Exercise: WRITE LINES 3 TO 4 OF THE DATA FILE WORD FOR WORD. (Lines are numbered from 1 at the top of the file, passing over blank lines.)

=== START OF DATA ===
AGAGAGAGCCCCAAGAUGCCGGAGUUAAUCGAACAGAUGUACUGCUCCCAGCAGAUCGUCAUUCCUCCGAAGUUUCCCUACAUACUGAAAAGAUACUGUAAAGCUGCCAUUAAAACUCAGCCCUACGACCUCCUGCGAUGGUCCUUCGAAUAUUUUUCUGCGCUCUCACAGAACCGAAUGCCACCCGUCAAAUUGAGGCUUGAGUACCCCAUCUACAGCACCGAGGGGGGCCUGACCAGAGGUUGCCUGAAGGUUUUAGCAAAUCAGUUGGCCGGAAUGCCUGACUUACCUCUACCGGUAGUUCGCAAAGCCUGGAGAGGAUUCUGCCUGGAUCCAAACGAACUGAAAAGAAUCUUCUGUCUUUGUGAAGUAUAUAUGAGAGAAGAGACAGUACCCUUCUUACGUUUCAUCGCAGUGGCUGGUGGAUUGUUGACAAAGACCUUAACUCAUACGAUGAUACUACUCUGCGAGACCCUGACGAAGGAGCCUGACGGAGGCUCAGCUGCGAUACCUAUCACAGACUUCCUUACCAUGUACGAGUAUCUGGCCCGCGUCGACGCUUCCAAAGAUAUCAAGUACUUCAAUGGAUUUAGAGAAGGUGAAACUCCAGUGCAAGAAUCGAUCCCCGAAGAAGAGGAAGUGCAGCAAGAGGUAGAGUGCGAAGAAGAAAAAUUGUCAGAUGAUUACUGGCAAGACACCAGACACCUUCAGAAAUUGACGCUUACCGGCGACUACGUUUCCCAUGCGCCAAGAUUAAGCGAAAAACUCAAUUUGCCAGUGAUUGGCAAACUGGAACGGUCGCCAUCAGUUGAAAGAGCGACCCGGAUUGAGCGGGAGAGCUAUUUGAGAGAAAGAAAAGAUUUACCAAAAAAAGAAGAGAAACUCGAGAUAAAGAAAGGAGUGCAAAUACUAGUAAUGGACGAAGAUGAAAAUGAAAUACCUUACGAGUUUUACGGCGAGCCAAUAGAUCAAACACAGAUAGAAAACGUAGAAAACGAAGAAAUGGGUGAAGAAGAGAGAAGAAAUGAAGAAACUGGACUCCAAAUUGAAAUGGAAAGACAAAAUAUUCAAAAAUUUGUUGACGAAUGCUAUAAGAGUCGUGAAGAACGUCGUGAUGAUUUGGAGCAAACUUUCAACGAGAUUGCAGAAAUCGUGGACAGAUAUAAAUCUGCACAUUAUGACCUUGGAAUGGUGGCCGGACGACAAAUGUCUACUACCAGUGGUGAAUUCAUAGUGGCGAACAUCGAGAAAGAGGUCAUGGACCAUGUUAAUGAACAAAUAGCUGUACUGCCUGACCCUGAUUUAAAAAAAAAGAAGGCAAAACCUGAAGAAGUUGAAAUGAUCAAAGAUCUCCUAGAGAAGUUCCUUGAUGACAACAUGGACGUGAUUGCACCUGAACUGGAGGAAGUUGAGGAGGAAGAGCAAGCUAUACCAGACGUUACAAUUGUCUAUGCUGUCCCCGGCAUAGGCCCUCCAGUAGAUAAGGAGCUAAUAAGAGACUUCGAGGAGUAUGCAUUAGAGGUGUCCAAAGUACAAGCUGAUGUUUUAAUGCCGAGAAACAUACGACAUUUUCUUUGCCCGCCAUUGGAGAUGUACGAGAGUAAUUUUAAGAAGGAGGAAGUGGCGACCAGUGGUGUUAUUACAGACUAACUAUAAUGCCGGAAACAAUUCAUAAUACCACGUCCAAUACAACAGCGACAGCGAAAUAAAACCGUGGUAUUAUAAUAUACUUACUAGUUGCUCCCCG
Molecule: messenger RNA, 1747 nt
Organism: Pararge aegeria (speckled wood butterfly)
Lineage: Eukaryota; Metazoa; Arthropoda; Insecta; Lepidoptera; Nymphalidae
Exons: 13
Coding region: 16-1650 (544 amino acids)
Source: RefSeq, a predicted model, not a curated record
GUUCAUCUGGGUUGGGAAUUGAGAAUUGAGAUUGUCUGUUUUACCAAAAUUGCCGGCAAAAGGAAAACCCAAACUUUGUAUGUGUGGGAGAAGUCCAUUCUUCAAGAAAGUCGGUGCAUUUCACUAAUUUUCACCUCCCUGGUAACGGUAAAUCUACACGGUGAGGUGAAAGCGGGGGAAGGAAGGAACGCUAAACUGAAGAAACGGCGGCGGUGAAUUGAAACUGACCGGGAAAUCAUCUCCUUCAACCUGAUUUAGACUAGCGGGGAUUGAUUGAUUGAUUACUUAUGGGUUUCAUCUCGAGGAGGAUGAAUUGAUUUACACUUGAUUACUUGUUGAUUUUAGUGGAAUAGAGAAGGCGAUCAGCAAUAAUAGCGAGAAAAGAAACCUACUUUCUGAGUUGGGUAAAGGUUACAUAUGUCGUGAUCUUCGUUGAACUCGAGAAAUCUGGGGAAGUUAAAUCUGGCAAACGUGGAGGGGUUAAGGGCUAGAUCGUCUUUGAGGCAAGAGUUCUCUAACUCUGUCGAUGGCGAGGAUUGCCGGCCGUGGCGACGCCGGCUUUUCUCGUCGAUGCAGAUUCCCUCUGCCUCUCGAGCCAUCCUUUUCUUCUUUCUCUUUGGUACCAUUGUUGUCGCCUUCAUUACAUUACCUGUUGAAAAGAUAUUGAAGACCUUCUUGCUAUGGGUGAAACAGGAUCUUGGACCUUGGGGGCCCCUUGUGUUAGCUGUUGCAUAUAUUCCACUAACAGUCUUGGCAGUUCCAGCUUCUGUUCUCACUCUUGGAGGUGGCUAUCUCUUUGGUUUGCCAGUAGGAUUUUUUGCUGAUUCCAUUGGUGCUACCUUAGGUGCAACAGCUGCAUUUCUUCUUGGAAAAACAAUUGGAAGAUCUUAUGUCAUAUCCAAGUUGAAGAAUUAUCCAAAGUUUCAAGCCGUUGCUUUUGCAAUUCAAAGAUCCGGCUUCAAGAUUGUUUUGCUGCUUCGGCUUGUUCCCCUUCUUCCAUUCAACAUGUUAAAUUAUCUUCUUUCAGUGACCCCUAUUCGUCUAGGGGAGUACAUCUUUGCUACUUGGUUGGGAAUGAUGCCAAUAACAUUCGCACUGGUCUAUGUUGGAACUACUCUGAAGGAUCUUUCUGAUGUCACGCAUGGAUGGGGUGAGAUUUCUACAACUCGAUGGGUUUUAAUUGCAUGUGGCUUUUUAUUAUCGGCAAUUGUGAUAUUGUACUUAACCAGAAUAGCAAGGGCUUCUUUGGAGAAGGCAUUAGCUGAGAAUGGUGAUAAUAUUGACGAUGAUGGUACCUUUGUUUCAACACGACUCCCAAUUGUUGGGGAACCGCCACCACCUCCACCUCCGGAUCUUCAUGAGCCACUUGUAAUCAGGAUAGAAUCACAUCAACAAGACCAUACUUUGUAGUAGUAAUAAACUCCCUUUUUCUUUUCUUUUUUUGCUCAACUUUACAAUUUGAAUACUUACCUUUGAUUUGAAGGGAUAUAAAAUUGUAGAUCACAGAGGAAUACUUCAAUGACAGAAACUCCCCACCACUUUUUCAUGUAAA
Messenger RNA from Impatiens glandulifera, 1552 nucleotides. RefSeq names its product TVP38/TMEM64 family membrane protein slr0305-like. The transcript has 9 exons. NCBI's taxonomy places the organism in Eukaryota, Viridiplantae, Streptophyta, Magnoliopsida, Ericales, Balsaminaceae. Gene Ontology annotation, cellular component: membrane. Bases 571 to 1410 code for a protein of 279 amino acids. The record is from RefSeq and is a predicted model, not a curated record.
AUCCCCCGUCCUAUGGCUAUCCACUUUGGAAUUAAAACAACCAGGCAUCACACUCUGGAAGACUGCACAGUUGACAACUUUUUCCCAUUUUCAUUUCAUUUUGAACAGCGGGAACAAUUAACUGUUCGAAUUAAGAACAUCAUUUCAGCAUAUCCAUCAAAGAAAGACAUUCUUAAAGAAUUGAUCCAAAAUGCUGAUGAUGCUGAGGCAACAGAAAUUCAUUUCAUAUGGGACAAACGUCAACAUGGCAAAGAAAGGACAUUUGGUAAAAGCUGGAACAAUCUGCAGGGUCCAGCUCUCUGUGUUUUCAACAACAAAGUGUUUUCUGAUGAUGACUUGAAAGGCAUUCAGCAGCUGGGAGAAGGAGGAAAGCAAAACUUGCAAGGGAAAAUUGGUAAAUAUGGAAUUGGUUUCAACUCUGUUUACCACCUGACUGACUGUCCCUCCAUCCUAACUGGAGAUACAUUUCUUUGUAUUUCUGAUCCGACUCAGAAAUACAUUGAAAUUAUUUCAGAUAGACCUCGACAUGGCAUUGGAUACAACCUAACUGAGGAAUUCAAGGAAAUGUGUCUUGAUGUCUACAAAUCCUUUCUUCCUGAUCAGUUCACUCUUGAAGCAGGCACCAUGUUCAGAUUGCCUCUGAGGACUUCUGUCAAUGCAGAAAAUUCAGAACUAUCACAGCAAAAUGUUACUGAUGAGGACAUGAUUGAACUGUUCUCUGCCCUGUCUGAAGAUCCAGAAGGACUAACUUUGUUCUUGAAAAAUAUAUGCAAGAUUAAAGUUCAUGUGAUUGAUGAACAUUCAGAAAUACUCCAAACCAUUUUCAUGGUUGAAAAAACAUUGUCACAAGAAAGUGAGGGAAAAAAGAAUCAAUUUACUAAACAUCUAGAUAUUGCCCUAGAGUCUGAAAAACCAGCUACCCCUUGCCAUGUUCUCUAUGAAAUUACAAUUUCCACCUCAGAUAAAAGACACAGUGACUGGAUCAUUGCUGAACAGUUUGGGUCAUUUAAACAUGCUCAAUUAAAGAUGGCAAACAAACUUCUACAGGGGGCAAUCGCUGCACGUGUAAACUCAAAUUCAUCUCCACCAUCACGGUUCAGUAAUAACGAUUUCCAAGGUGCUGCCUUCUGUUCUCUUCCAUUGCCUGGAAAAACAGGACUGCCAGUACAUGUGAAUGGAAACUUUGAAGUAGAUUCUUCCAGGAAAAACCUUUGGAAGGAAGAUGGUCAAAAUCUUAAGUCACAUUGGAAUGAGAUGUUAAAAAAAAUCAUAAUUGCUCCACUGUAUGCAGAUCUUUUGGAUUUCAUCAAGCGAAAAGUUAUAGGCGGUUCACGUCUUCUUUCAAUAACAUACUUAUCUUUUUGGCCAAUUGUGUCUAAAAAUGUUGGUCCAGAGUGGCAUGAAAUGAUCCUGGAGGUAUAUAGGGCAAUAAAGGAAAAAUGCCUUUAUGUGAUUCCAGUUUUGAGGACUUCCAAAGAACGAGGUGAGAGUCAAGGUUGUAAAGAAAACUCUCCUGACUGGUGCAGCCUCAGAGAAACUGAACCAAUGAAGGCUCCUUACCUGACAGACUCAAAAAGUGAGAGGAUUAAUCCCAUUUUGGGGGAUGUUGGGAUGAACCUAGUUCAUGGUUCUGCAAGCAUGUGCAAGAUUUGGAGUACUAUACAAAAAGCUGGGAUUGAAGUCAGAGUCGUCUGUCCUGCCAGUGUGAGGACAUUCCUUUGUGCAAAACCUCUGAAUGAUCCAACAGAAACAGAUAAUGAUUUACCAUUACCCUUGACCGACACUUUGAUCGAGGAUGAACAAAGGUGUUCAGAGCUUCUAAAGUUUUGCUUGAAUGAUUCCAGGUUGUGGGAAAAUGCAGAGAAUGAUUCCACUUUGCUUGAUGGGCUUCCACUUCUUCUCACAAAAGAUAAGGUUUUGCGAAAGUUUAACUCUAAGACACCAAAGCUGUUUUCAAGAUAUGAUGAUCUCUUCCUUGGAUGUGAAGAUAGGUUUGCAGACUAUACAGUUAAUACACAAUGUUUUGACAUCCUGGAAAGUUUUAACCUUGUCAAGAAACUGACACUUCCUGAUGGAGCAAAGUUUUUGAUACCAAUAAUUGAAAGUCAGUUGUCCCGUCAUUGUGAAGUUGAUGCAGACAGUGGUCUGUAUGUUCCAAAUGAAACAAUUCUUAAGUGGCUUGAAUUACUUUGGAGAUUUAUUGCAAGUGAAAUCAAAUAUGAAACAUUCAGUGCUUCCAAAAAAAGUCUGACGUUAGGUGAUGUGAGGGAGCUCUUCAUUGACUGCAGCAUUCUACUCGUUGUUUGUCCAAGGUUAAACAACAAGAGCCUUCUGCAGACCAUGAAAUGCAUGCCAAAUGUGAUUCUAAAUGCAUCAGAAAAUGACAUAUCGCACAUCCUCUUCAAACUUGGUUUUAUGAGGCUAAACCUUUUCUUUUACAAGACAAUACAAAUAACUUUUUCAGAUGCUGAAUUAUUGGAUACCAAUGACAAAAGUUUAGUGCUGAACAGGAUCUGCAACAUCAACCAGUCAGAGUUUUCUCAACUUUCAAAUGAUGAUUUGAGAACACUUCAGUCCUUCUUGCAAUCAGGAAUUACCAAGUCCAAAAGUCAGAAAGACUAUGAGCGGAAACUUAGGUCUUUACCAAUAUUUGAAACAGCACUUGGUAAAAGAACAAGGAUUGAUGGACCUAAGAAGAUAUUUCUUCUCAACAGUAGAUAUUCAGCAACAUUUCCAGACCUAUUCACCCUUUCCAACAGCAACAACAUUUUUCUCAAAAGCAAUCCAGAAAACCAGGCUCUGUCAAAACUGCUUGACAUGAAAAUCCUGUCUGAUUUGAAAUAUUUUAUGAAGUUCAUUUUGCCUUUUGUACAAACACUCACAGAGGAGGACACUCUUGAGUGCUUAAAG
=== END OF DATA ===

Organism: Pararge aegeria (speckled wood butterfly)
Lineage: Eukaryota; Metazoa; Arthropoda; Insecta; Lepidoptera; Nymphalidae